they do all show some kind of banding translating across either
South Central or Southeast Texas during the day today. This
banding is a result of energy rotating around a mid-level
circulation located near Corpus Christi early this morning on
water vapor imagery. Whether or not its the band that has
currently set up south of Galveston, or some other band that has
yet to develop, the main difference between yesterday and today in
terms of rainfall potential is the depth of the atmospheric
moisture. Aircraft soundings out of Houston yesterday morning only
showed column saturation up to around 800-750 MB, with soundings
this morning showing almost complete column saturation. This, in
addition to high freezing levels (above 16kft AGL) due to the
tropical air, only indicates a greater potential for
collision/coalescence processes and larger raindrop growth...
which means the potential for heavy rain within an environment
that has precipitable water values of 2.2-2.4 inches.
Southeasterly wind profiles this morning are also unidirectional
through a much deeper layer, indicating a high potential for
training. As was noted earlier, there is considerable uncertainty
on where these environmental parameters will be fully realized,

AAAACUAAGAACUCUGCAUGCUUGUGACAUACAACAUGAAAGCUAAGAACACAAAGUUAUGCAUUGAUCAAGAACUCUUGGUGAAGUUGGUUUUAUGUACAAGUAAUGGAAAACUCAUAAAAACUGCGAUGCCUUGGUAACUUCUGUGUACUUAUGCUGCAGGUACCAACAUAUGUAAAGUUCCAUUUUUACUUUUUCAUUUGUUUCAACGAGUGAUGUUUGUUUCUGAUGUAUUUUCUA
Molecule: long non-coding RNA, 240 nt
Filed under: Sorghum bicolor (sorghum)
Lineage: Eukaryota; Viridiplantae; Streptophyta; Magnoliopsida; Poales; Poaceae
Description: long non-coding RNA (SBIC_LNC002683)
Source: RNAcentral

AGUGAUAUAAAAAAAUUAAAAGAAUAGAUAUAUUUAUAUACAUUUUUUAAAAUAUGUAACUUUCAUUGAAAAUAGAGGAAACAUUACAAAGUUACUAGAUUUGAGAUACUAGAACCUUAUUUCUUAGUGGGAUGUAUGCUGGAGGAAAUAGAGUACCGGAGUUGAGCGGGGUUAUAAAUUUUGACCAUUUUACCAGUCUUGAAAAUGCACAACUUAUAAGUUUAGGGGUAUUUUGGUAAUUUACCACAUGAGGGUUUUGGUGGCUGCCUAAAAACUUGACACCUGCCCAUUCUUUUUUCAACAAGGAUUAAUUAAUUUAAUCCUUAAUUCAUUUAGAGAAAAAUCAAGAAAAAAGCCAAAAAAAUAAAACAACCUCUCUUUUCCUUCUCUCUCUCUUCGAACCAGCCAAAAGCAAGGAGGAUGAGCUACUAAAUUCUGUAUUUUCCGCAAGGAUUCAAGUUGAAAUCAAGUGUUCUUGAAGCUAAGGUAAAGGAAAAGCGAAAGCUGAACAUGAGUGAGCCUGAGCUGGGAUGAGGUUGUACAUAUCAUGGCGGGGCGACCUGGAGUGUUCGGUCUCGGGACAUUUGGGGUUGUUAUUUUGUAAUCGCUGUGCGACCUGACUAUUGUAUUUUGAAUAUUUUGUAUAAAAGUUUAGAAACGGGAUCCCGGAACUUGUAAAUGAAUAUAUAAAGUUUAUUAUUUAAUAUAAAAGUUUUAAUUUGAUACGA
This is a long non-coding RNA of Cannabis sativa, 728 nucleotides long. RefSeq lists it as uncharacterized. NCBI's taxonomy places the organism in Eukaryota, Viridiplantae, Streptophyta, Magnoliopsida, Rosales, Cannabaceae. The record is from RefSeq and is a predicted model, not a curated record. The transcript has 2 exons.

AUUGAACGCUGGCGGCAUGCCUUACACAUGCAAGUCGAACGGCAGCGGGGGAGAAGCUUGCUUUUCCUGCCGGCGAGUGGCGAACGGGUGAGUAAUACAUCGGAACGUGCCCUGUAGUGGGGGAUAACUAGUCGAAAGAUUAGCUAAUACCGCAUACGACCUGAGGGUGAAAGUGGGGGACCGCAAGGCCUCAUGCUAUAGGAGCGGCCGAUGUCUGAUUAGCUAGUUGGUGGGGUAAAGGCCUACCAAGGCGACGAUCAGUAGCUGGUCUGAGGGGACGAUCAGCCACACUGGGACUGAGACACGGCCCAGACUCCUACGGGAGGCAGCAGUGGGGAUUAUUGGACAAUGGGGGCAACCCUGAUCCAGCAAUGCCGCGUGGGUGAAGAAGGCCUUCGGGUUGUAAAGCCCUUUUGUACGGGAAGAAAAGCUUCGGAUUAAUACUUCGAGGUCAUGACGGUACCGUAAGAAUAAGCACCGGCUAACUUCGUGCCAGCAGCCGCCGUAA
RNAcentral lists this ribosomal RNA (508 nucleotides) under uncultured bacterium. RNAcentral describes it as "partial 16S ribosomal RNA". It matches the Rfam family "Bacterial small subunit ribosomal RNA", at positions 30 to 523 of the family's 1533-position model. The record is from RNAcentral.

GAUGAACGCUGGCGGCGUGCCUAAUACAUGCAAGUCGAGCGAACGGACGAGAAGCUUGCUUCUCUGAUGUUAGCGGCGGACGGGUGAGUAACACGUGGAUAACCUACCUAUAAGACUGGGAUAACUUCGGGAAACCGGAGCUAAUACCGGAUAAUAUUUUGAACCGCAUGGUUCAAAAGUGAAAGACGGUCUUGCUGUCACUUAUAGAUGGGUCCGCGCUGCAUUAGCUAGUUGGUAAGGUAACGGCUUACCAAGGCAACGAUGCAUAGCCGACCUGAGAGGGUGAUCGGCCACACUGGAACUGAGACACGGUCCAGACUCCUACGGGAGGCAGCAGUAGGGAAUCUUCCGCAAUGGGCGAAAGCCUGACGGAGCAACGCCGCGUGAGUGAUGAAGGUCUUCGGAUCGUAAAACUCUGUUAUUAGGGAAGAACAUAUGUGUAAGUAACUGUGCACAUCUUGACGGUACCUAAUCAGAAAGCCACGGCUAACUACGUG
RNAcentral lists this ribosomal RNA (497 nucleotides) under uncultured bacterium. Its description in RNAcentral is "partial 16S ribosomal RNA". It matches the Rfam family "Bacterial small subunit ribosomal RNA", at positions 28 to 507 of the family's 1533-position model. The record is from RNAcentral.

but because of the potential for banding to exist along the entire
Upper Texas coast, issued a Flash Flood Watch for the bottom two
rows of counties in the forecast area through 7 PM CDT. Diurnal
heating may enhance rain rates within these bands today, which
will make every band that is able to move inland something to
monitor. Rain bands may be able to spread farther inland by this
afternoon towards the northern counties, but regardless of their
inland progression, diurnal heating should contribute to scattered
shower and thunderstorm development towards the Brazos Valley and
Piney Woods by this afternoon.

A locally enhanced surface pressure gradient as a result of the
Coastal Plains surface trough is also resulting in southerly winds
in the 30-40 MPH range across the barrier islands this morning. As
this feature loses definition later this morning, expect these
gusts to relax somewhat but the coast will remain breezy through
the day. Rain should taper off this evening over the northern
counties as heating is lost and the mid-level low wobbles
southwest, but bands will continue to rotate into the coastal
areas this evening into tonight. A closed low now over Montana
swinging into the Central/Southern Plains on Wednesday will help
begin to nudge the Middle Texas coast low farther south and begin
to shear it out, which may result in lower banding coverage during
the day on Wednesday. While environmental conditions will still be
favorable for heavy rainfall, considerable uncertainty exists on
the coverage that the region will see tomorrow. The continued
shearing the Middle Texas low will result in dramatically lower
rain chances by Wednesday night with only scattered showers and a
few storms possible across Southeast Texas. The remnant shear axis
lingers over the region on Thursday, providing some enhancement in
coverage to diurnally driven convection roughly along the Highway
59 corridor.

For Friday and the weekend, broad and flat ridging spreading
across Texas will result in a return to a more typical summertime
pattern with low rain chances along the seabreeze with